Friday, January 15, 2010

A Poor Black Child

OK, here's an oddity. Maybe you can help me figure this one out.My little girl doesn't like talking about her pre-adoption life. She does the three-year-old version of sticking her fingers in her ears and singing "la-la-la-la-la!" when you bring the subject up. She violently objected when I tried to talk about her birth mommy in China, pointing at Mojo and declaring "That's my mommy!".

So the other night, we were coming home from the Nickel Arcade after giving Mojo Mommy's Night Off and talking about what the Peeper is learning about Dr. King. The conversation turned to how people who come from different places look different, and upon being informed that she was Asian, Missy said:"I was born a poor black child am NOT Asian!"

Her brother - cartoon Scotsman as he is all red hair and freckles - insisted that she IS. Is NOT! Is!

I had to shut down the Peep before the tears arrived.The thing I can't figure out about this is:

Is Missy saying this because she hears "Asian" as "not like my mommy and daddy and brother" and is saying this just to insist that she is - i.e., she doesn't understand the entire concept of race and is just demanding her place in the family?

Or does she understand, and is she doing a Steve Martin and insisting she is TOO Caucasian like mommy and daddy and brother?I want Little Girl to like herself and be happy with who she is. And if what she's saying means the first expression then it's just a question of development and understanding. But the second argues a degree of dissatisfaction with her own appearance and ethnicity, which makes me a little saddened and a little worried, and I'm not quite sure which it is...

19 comments:

Linda Dove said...

This might shed some light on what's going on: http://www.newsweek.com/id/214989/page/1

It doesn't work to teach colorblindness. Or "equality." One must talk about race to kids as one talks about gender to kids--very plainly and assertively.

Fascinating stuff.

Lisa said...

Well, the predominant girl image is still Disney's Cinderella or Snow White, though that is changing. Surely as one matures one now sees every ethnicity as beautiful. And I know you've been exposing her to other cultures via different media.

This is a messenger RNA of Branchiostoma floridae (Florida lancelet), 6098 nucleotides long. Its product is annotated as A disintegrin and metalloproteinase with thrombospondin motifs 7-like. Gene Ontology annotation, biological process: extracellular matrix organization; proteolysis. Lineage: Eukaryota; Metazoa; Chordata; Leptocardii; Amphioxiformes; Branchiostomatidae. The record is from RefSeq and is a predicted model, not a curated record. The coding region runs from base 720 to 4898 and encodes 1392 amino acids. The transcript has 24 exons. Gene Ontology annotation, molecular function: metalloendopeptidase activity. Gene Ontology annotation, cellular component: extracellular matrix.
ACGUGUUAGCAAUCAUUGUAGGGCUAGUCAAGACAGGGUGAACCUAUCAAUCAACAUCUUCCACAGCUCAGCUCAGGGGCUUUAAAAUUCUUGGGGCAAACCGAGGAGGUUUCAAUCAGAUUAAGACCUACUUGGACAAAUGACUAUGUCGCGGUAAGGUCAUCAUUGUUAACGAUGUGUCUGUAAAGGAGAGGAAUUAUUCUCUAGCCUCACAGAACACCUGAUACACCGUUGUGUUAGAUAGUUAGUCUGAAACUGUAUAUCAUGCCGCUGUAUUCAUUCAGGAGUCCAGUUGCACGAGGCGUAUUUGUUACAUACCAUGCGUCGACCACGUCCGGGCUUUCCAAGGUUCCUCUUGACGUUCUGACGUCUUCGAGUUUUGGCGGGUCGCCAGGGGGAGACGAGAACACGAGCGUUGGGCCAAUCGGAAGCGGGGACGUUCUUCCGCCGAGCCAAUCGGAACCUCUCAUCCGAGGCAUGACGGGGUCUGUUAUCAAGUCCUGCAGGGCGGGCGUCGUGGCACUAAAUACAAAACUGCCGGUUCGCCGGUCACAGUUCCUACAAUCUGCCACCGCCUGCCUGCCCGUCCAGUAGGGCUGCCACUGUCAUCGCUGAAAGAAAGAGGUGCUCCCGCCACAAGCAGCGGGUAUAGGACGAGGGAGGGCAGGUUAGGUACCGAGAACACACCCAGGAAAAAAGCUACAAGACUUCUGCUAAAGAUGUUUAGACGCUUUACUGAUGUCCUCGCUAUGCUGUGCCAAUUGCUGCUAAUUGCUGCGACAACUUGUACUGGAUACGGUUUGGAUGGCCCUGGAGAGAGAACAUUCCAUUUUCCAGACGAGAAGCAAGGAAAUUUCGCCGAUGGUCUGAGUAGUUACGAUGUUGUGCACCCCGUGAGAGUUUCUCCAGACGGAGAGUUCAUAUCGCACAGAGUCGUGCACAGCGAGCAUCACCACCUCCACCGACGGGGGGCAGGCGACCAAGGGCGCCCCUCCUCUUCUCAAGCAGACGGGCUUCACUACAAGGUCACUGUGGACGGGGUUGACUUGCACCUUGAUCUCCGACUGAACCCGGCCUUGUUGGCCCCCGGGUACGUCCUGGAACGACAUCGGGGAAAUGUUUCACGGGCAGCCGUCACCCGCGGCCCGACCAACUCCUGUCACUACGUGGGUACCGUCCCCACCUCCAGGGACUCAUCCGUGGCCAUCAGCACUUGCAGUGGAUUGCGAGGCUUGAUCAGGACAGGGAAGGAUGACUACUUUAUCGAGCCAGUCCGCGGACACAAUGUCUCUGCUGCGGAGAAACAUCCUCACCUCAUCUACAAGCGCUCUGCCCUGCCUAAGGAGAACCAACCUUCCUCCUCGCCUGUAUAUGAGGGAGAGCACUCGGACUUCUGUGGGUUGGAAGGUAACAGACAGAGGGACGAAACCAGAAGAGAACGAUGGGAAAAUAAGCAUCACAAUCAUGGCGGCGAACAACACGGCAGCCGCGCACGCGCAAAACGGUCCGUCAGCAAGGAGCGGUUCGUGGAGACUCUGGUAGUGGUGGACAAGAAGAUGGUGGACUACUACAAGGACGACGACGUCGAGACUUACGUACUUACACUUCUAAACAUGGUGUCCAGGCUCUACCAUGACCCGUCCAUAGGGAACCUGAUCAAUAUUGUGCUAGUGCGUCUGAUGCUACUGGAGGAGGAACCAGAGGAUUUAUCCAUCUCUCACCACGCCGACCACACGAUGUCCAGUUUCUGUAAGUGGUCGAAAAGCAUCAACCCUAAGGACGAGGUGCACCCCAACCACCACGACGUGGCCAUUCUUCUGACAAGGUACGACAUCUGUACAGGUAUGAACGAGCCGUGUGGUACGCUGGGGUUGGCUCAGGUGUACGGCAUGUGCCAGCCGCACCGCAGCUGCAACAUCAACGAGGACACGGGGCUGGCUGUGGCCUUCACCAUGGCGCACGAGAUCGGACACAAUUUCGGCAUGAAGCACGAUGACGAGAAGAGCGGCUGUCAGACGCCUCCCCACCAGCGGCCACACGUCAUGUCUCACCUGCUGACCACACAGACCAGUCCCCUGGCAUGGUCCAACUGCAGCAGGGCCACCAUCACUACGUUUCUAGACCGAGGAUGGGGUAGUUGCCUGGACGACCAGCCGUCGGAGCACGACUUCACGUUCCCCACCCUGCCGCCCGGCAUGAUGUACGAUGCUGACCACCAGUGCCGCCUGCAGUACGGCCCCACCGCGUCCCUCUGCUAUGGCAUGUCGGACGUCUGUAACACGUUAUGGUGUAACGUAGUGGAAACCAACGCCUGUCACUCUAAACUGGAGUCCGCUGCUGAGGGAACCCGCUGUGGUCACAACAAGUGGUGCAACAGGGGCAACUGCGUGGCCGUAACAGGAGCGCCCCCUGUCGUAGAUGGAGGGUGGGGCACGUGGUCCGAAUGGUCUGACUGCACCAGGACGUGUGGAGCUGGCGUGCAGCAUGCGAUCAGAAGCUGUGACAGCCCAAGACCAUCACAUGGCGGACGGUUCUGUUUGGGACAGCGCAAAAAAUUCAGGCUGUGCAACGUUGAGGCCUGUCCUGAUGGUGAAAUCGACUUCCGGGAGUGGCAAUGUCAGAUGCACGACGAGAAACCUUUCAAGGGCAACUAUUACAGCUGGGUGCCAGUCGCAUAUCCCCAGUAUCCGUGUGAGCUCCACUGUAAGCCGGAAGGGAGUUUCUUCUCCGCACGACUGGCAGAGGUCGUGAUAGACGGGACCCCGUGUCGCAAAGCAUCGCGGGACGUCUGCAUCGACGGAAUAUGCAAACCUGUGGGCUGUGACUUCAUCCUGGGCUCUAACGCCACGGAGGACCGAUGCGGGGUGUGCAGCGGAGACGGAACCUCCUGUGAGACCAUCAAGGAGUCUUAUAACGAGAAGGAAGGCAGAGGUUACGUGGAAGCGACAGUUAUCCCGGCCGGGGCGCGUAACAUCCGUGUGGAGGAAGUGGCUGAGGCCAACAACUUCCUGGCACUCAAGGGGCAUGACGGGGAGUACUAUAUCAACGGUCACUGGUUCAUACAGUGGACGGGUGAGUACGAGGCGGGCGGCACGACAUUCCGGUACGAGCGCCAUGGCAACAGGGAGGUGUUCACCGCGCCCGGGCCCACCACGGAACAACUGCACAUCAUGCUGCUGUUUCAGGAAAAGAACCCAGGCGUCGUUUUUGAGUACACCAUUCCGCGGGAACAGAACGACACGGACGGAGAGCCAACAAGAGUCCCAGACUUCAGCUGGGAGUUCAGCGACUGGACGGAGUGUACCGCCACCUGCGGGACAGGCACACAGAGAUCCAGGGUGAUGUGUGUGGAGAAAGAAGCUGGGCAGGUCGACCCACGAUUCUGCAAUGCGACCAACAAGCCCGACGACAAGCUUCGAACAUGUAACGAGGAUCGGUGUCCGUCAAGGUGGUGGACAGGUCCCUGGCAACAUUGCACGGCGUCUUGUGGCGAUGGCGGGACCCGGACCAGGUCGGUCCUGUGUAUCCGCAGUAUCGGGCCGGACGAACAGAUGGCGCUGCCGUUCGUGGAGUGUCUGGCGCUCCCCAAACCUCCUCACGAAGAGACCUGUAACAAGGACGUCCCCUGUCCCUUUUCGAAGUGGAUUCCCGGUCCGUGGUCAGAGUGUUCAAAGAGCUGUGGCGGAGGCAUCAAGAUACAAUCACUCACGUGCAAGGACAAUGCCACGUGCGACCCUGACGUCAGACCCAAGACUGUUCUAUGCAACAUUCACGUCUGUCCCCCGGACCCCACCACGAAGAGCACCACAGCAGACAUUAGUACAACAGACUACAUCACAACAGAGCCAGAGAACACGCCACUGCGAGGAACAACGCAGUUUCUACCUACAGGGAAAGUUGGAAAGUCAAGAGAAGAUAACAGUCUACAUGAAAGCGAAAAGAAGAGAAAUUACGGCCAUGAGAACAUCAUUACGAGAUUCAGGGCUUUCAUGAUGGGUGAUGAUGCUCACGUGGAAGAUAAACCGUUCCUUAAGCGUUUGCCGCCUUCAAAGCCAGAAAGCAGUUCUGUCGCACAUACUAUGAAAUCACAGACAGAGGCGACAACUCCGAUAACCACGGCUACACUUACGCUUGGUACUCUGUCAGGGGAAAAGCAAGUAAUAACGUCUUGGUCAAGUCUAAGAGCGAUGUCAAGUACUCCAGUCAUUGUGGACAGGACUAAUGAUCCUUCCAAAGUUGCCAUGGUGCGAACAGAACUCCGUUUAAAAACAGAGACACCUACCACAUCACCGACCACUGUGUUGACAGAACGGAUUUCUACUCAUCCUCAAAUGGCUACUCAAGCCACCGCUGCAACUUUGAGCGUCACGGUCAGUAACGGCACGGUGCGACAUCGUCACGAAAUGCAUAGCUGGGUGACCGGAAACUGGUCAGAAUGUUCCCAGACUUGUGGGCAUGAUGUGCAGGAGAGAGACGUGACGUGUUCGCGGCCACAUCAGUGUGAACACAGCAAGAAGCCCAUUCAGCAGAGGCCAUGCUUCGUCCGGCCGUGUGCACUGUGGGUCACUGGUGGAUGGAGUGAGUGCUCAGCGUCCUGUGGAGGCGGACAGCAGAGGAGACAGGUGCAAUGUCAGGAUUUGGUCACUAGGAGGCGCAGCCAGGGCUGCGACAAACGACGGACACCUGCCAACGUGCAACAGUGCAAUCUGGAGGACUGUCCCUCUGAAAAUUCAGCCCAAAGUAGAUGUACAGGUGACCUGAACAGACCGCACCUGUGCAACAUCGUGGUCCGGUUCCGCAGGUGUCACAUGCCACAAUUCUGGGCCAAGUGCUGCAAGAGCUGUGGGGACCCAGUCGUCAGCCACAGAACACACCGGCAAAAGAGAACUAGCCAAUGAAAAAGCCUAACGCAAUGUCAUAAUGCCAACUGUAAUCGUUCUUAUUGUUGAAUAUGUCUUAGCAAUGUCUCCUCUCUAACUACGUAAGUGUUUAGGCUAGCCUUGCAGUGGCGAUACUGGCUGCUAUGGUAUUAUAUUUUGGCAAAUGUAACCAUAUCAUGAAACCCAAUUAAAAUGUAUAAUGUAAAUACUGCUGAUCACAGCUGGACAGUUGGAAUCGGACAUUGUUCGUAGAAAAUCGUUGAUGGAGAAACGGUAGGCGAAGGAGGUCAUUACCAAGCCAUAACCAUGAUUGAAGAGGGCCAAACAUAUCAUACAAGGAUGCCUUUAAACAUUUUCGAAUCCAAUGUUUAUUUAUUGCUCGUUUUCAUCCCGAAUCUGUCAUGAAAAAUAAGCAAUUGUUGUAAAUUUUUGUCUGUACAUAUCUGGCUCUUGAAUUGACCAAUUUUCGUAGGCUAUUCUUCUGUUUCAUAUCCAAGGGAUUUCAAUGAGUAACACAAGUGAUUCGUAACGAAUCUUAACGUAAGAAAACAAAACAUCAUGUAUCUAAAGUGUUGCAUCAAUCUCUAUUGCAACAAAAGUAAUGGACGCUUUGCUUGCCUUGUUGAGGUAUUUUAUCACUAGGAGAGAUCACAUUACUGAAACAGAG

So I would think it would just be a matter of not wanting to be a "label". I know I hated that growing up. When one is a child, one does not cherish difference, as one may later.

Right now, she wants to be part of "y'all". If your son emphasized anything that put her out of the ballpark, that would be noxious, I would think. She will be reckoning with "boy power" (patriarchy), misogyny and all the rest soon enough.

Right now, I doubt she wants to be anything other than mommy's little girl.

Pluto said...

I'd say you're discussing the topic too early.

Babies and toddlers naturally bond very tightly with their parents. Any discussion of difference at this stage in her life probably feels like abandonment to your little girl, which she resists furiously because of her background.

I'd suggest just going with the flow for now and monitor her self-image as time goes on. Perhaps you can bring the topic back up again when it seems more likely to be of use to her.

Every child is different and they need different things at different times. Obviously she just needs to be part of your family for now, cherish the moment.

Lisa said...

Pluto says, "

Any discussion of difference at this stage in her life probably feels like abandonment to your little girl, which she resists furiously because of her background"

I'd go further, and say she's not wrestling with her background. It is simply a matter of resisting any alterity. If your son had called her any label that made her Other, she would protest.

She does not want to be "that"; she is "you". Ostracism is a wound that runs deep in our collective psyche.

Lisa said...

Oh -- and The Jerk was brilliant.

"I made yer favorite, son -- egg salad on white bread."

Linda Dove said...

It's important to note that the evidence from this recent study suggests that waiting to discuss issues of race and alterity until you believe your child is more comfortable with them is TOO LATE: "So why does Bigler think it's important to talk to children about race as early as the age of 3?

Her reasoning is that kids are developmentally prone to in-group favoritism; they're going to form these preferences on their own. Children naturally try to categorize everything, and the attribute they rely on is that which is the most clearly visible."

Sorry my link wasn't live in my first comment. I'll try again: Even Babies Discriminate from Newsweek.

Maia said...